In the 1950s a popular radio show was “This I Believe,” where an ordinary or famous American would read an personal credal essay on the air. The idea has been revived a couple of times because the show captured the civic-mindedness and friendly Americanism of its day, which many liberal-minded folks would like to see make a comeback (minus the casually-accepted racism and sexism, of course).
In a typical yet touching episode from 1952, the actress Helen Hayes recalled going to pray at a chapel when her daughter was dying of polio. Admitting that she had “forgotten about God,” Hayes came to admire the working-class folks who faithfully filled the pews next to her. “Life had knocked them around,” she said, “but for a brief moment they were being refreshed by an ennobling experience.” One day Hayes had an epiphany: “I realized I was one of them. In my need I gained strength from the knowledge that they too had needs, and I felt an interdependence with them. I was learning the meaning of ‘love thy neighbor.’”
I thought of that old broadcast while watching Modern Love, the new Amazon Prime series based on the New York Times column that has already spawned a hugely popular podcast. Started on Halloween of 2004, “Modern Love” has served as a showcase for author-types to write about their most intimate relationships in terms that would’ve made their grandmothers in the 1950s blush. It’s not that there are descriptions of sex — the Times is a family newspaper — but the fact that people would affix their names to some of their most personal, embarrassing, and vulnerable moments says a lot about how times have changed. This kind of public, emotional disrobing undoubtedly explains why the column is a reader favorite, not unlike those bizarre advice columns you see in Slate.
“Modern Love” is enjoyed from coast to coast, and the podcasts are produced by Boston’s public radio station, but it’s inconceivable that this column could have originated anywhere but New York City. The very first contributor back in 2004 mentioned his therapist (a stress test then fashionable with New Yorkers), Sinatra, the Dalai Lama, and his current story assignment for a magazine. “Modern Love’s” recurring themes are trust, betrayal, need, lust, anger, and sweet longing, all as relatable as any pop song or Hallmark card, yet infused with a deeply introspective, overly sophisticated, at times self-parodying view that screams ZIP code one-oh-oh-something-something.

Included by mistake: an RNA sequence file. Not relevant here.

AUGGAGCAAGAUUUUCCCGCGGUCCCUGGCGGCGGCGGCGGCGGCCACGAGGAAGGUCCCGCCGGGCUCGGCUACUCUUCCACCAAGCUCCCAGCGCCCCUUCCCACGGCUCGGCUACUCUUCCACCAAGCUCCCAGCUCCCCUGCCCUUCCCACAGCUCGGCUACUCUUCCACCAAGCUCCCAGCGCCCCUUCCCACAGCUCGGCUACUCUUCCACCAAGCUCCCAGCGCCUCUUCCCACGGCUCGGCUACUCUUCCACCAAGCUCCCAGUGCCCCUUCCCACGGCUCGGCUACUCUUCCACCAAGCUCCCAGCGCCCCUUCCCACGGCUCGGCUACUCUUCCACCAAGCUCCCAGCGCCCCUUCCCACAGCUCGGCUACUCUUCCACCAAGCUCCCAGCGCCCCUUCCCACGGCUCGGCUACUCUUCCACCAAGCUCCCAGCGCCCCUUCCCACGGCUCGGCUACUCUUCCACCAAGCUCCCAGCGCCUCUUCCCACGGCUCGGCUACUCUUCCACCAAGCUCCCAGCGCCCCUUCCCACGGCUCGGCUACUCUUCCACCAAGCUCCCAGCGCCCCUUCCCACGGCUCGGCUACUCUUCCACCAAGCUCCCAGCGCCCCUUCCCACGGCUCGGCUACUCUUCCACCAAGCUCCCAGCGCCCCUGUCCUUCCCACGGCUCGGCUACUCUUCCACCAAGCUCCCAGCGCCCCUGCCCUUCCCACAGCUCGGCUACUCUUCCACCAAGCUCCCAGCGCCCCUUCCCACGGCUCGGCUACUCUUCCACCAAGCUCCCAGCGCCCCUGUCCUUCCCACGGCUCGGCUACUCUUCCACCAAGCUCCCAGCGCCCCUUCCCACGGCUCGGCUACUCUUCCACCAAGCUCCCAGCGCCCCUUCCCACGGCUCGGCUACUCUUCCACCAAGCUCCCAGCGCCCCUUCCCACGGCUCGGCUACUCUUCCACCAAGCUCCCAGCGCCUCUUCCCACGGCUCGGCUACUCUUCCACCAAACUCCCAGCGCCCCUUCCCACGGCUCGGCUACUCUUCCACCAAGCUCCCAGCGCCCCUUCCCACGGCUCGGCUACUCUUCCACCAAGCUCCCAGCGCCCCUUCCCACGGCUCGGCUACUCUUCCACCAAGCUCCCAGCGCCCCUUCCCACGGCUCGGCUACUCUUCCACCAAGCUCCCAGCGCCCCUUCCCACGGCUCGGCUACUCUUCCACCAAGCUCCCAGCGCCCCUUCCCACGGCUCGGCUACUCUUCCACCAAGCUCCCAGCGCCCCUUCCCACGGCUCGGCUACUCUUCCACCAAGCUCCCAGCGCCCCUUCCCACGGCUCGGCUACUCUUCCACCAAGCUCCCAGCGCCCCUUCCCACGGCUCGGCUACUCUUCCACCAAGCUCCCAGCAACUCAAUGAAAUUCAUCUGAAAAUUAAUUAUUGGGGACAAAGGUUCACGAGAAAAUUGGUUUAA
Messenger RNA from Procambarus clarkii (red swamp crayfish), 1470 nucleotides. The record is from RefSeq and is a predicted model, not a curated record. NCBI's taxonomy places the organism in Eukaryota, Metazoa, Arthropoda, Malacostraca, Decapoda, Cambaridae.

Modern Love the TV show consists of eight stories of modern love adapted from real life by the show’s producer-director, John Carney. The spirit of the show is utterly faithful to the column, for better or worse. If Woody Allen were still making movies in Manhattan, or if New York Stories or Night Shift were being filmed today, I doubt the results would be any more true to the neurotic, inwardly-focused subjects of these eight episodes.
Fittingly, the first one involves a doorman. He’s a strange, father-figure-type doorman (played by Laurentiu Possa) who watches after a single white female (Cristin Milioti) in his building as she deals with a series of lovers, none of whom meet his standards. This one has been anthologized before, as a YouTube cartoon, but that had a StoryCorps vibe to it. This is movie drama, told quietly, with a minimum of dialogue and understated, actorly performances. Episodes begin disorientingly in the middle of something and build toward a reveal, which isn't a bad way to go when you have 25 minutes to tell a thousand-word story, but the payoff doesn’t always seem worth it.
The second episode features a middle-aged journalist (Catherine Keener) convincing a young app developer she’s profiling (Dev Patel) to chase an old flame. The more of these star-studded episodes I watched (Tina Fey, John Slattery, Anne Hathaway, Andy Garcia are just a few of the big names who appear), the emptier I felt. I was watching love all right, but a love unmoored from any larger purpose or higher meaning. When Helen Hayes was the queen of New York (and people weren’t afraid to put both her names on a Broadway theatre), “love thy neighbor” was an ethical command, not an erotic suggestion. But there I go, assuming that modern lovers even think about such things.
The last episode begins with a vignette about second love in the late chapters of life, probably the sweetest story of the bunch. That’s followed by a brief but elegant denouement that revisits some of the earlier stories in the series, tying a ribbon around the season in a way that reminded me of the finale of another New York Times adaptation, Diagnosis on Netflix.
The question is, will you make it that far? I doubt I would have, were it not for this assignment. This may be partly critic fatigue — I’ve seen so many of these Manhattan-centric stories told over the years (HBO used to have a lock on them). Mostly, though, it’s because I see the whole “Modern Love” franchise as symptomatic of an age in which public pronouncements have become watered down to partisan talking points (“health care is a fundamental human right”) or virtue signaling (“be cool to the pizza dude”). You can only talk boldly in the public square when you ignore the world around you, reducing the scope of what matters to yourself and maybe one or two other people. And pets.
Modern Love reminds me of what Anthony Bourdain once said about the mush that comes out of a garlic press: That ain’t garlic. It’s a show about love, just not a kind I recognize.
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Aaron Barnhart has written about television since 1994, including 15 years as TV critic for the Kansas City Star.